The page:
Tasty, filling yet light cutlets made with gluten cakes. Compared to more commonly known tonkatsu pork cutlets, this dish is much lower in calories and gentler on your stomach. Gluten cakes are first flavored with dashi stock, shoyukoji soy sauce rice malt and vinegar to get a meaty taste, followed by usual preparation of cutlets, but in a leaner way (below). No shoyukoji available? Balsamic vinegar does a great job in that case.
1/2 of recipe (katsu only; sauce & vegetables not included):
222 calories; 7.9 g protein; 13.0 g fat; 17.3 g carbohydrate; 11.8 g net carbs; 67 mg sodium (with shoyukoji made with 50% reduced-sodium soy sauce); 53 mg cholesterol; 5.5 g fiber; 288 mg potassium
1/2 of recipe (katsu & sauce; vegetables not included):
228 calories; 7.9 g protein; 13.1 g fat; 18.7 g carbohydrate; 13.2 g net carbs; 163 mg sodium (with shoyukoji made with 50% reduced-sodium soy sauce); 53 mg cholesterol; 5.5 g fiber; 298 mg potassium
2 kurumafu donut-shaped gluten cakes (22 g in photo)
150 cc dashi
2/3 tsp shoyukoji soy sauce rice malt (see Notes if not available)
1/4 tsp kurozu brown rice vinegar
1 egg (only 1/2 used for this recipe)
2-3 tsp flour (not in photo)
25-30 g dried coarse okara soybean pulp (23 g in photo)
Approx. 3-4 tbsp oil (canola or olive oil preferred; not in photo)
1 tsp usutaa soosu Worcestershire sauce
1 tsp balsamic vinegar
Place kurumafu in a container (small frying pan in photo), pour dashi, and rehydrate until soft (30+ minutes to overnight).
When kurumafu is soft enough, tear or cut each cake in half.
Gently squeeze out dashi (into frying pan), and set aside.
Add shoyukoji and kurozu to dashi, and bring to boil.
Put kurumafu, and simmer until liquid is gone, 5+ minutes on medium low heat.
Flip once or twice for even flavoring, and cook until little liquid comes out when pressing kurumafu.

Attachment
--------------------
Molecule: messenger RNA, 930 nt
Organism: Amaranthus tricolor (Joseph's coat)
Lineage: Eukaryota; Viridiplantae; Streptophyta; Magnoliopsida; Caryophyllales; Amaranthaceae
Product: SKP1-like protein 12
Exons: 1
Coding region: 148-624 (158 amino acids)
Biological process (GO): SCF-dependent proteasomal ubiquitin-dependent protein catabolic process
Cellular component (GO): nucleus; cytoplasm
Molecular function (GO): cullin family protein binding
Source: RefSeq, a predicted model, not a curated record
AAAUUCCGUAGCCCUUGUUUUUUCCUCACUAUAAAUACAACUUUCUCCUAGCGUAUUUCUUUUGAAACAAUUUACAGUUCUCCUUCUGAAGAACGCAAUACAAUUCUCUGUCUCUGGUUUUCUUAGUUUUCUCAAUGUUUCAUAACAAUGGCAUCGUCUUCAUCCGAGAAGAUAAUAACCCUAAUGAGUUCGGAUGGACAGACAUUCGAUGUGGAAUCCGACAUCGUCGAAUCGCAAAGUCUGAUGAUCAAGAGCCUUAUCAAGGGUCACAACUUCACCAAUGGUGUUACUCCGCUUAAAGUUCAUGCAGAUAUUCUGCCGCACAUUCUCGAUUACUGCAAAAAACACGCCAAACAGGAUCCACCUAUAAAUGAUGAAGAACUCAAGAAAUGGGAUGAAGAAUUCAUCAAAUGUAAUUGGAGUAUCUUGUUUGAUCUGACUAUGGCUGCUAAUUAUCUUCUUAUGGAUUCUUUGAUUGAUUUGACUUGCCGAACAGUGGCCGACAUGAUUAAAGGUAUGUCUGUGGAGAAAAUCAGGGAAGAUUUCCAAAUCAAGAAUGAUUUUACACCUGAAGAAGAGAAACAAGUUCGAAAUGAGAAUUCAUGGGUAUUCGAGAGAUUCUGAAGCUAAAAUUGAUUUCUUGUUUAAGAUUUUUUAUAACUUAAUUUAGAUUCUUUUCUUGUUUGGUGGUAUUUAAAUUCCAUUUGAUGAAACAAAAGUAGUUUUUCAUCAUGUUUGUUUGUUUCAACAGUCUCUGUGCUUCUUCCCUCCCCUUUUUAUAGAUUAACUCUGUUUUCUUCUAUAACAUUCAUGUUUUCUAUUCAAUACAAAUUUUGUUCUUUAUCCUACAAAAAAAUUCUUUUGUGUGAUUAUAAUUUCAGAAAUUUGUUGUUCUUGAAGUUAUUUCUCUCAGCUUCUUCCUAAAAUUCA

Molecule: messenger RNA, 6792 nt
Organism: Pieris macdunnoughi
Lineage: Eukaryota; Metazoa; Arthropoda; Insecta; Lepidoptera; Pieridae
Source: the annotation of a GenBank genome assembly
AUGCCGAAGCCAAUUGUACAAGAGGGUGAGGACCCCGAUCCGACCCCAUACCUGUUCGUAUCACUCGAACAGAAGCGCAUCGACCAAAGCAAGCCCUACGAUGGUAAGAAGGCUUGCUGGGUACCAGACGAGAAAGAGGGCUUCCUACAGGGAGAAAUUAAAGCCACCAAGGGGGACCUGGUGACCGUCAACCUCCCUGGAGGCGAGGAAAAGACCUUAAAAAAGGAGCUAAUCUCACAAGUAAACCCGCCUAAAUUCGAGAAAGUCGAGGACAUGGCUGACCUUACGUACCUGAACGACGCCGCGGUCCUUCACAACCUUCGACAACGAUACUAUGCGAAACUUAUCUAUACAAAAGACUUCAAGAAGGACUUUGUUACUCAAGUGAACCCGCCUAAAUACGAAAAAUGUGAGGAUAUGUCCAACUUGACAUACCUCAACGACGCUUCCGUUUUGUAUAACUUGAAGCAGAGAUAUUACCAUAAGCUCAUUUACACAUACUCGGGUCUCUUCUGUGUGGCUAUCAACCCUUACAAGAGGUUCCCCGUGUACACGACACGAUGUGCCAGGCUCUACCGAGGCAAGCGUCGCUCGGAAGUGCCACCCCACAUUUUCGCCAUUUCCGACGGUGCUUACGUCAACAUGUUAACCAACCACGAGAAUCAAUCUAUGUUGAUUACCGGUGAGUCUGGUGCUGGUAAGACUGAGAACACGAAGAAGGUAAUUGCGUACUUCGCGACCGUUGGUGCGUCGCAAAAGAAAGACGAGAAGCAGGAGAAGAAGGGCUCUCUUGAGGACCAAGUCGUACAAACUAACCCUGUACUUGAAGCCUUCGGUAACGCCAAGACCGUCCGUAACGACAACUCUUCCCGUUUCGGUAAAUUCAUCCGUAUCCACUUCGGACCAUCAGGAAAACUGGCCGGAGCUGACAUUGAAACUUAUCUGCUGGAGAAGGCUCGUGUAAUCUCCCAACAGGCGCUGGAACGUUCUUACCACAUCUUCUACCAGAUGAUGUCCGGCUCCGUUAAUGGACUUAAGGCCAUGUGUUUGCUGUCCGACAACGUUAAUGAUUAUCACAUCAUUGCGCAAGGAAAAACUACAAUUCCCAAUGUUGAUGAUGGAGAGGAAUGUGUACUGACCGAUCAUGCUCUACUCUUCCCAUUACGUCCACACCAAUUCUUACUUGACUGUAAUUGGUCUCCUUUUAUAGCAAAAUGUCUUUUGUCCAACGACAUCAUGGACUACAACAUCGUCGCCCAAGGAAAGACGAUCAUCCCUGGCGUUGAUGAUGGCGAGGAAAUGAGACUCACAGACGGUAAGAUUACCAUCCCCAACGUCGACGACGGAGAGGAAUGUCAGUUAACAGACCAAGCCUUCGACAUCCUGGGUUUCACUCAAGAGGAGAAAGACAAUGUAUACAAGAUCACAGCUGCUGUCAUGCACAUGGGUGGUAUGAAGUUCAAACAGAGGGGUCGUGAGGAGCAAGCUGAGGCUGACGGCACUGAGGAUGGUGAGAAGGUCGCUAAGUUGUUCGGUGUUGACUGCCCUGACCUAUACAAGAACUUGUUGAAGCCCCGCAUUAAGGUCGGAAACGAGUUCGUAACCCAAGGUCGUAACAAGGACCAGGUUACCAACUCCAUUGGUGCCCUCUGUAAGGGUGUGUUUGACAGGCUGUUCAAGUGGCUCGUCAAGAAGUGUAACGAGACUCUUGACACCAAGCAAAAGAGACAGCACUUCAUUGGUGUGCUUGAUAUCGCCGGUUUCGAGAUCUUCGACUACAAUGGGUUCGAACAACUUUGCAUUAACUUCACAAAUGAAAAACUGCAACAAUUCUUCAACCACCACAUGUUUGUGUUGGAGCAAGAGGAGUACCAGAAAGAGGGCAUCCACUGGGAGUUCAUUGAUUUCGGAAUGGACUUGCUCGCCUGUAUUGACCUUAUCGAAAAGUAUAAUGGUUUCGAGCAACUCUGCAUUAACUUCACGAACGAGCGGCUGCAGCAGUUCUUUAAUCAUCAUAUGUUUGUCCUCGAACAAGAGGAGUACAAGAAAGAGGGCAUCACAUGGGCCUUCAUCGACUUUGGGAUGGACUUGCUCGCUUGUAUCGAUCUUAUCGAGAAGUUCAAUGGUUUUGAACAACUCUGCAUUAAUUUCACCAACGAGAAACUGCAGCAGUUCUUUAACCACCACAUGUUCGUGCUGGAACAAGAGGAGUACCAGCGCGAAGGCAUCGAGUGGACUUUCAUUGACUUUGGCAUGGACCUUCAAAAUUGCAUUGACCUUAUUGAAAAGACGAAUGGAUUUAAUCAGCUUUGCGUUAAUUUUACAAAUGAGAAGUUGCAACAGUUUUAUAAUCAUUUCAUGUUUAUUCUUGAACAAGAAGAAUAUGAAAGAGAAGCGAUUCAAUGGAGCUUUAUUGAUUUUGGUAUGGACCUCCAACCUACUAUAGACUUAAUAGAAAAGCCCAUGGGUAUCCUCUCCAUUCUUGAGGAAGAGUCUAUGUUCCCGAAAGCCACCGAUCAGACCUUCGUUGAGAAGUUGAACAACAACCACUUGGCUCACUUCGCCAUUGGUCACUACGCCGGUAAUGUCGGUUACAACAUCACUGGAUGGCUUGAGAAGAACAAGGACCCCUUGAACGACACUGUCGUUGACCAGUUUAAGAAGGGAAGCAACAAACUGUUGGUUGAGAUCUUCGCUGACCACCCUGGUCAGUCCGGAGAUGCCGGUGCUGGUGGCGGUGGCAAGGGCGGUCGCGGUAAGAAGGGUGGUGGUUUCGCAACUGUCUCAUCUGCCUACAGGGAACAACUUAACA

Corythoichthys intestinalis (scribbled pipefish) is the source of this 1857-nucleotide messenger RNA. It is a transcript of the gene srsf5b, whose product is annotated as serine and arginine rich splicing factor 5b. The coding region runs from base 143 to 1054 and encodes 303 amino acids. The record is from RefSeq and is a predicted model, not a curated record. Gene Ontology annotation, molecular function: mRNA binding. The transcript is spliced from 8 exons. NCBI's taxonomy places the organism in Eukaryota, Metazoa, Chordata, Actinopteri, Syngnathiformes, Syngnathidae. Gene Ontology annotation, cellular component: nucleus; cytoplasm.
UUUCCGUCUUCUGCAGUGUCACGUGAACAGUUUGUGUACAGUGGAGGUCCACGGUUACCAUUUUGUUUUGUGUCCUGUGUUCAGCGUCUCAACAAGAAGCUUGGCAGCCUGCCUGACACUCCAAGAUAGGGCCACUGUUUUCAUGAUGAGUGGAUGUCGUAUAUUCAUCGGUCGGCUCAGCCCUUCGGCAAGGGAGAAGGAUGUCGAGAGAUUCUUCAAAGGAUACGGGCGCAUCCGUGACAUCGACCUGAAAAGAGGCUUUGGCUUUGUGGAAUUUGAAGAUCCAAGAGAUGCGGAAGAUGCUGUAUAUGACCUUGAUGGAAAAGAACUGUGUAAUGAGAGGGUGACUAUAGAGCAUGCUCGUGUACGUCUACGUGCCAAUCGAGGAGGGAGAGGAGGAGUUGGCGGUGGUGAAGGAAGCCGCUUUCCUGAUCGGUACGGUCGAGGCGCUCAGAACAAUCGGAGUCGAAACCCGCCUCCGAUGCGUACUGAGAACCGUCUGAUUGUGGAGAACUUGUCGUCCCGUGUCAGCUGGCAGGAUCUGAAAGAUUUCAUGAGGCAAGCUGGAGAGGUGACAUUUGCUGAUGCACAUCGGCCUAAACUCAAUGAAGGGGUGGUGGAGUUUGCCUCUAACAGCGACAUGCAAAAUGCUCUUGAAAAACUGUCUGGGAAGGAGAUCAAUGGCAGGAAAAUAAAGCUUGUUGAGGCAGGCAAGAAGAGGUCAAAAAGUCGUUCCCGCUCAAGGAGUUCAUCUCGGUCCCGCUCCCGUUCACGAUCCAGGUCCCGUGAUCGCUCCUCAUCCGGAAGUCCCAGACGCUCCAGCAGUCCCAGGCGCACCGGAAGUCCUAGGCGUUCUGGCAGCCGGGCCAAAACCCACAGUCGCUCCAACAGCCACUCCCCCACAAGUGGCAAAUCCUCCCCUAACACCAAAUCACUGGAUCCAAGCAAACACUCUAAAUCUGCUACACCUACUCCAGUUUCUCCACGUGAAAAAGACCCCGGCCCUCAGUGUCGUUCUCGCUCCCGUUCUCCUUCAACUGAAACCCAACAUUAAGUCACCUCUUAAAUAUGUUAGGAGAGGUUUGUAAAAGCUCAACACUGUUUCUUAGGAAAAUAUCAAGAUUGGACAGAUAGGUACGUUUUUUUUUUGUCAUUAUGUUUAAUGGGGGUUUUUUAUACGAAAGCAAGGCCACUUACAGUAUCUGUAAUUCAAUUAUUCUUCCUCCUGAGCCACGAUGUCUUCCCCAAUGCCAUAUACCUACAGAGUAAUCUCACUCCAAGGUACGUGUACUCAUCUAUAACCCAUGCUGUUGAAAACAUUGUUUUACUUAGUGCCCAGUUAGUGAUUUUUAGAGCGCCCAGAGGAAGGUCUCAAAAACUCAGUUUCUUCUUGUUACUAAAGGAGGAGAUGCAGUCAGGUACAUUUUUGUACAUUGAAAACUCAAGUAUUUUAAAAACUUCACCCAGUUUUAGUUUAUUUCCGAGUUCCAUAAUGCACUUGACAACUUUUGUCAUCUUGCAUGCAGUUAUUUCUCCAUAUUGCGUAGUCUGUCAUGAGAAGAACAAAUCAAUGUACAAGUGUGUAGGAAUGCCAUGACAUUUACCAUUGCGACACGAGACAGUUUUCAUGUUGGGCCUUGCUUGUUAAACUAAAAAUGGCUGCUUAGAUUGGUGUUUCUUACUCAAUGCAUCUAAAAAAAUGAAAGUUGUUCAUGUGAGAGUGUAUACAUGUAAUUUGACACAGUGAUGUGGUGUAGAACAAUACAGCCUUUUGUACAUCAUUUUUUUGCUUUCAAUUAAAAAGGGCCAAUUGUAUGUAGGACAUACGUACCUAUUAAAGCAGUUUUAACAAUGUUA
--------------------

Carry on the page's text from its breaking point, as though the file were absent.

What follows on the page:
When done, remove from heat.
Meanwhile, mix Worcestershire sauce and balsamic vinegar. Prepare accompanying vegetables.
Have coating ingredients ready in separate bowls or trays.
For egg, break egg white apart, instead of whipping or beating.
Heat oil in small to medium pan.
Oil depth of 5-6 mm should be enough.
Coat each kurumafu with flour, shake off excess, dip in egg, and coat with coarse okara soybean pulp.
Gently press surface to stabilize okara coating.
When oil is hot enough (about the same temperature as for other deep-fried dishes; if smoke appears, that’s too hot), gently put coated kurumafu.
Flip when one side is golden.
Hold each piece in standing position so that sides also become golden (optional; recommended for sake of final appearance).
When done, transfer to paper-lined tray to eliminate excess oil.
Plate, and pour over sauce.
Ready to eat!
- Dried coarse okara soybean pulp (containing very little sodium) substitutes for panko bread crumbs (containing some sodium). We have okara on hand simply because we make own soymilk and end up with lots of pulp. Fresh soybean pulp is completely dried until taking on a glittery texture in the oven (can be done using remaining heat from cooking other dishes). 300 g of dried soybeans yield approx. 130-140 g of dried coarse okara.
- Kurumafu can be rehydrated (and flavored) up to a day ahead and kept in the fridge.
- If no shoyukoji is at hand, try balsamic vinegar. 1/4-3/8 tsp balsamic vinegar per 150 cc dashi would do the job. When using balsamic vinegar, kurozu brown rice vinegar is not needed. Kurumafu prepared with balsamic vinegar taste slightly stronger than cutlets prepared with shoyukoji + kurozu, but the difference is very minor. Using balsamic vinegar also lowers sodium content of kurumafu no katsu by 10 mg per serving.
- In the above method, 20 g canola oil was absorbed by food during frying.
- To further cut back on calories from oil, cook dried coarse okara or panko with a small amount of oil, and bake kurumafu in the oven or toaster oven until golden (see baked version of kabocha no korokke [pumpkin croquettes] for details).
- Kurumafu can simply be rehydrated and fried, but prep-flavoring prevents overuse of sauce at the table.
- Among popular sauce options, sodium content is higher in the order of Worcestershire sauce (198 mg/6g), chuunoo [medium thick] sauce (138 mg/6g), tonkatsu [pork cutlet] sauce (132 mg/6g) among Japanese products on average (figures are per teaspoon). Reduced-sodium chuunoo [medium thick] sauce and tonkatsu [pork cutlet] sauce (56 mg/6g) can be found at stores in Japan.
- These cutlets make great katsudon (cutlets with egg over steamed rice)!
(Last updated: September 13, 2018)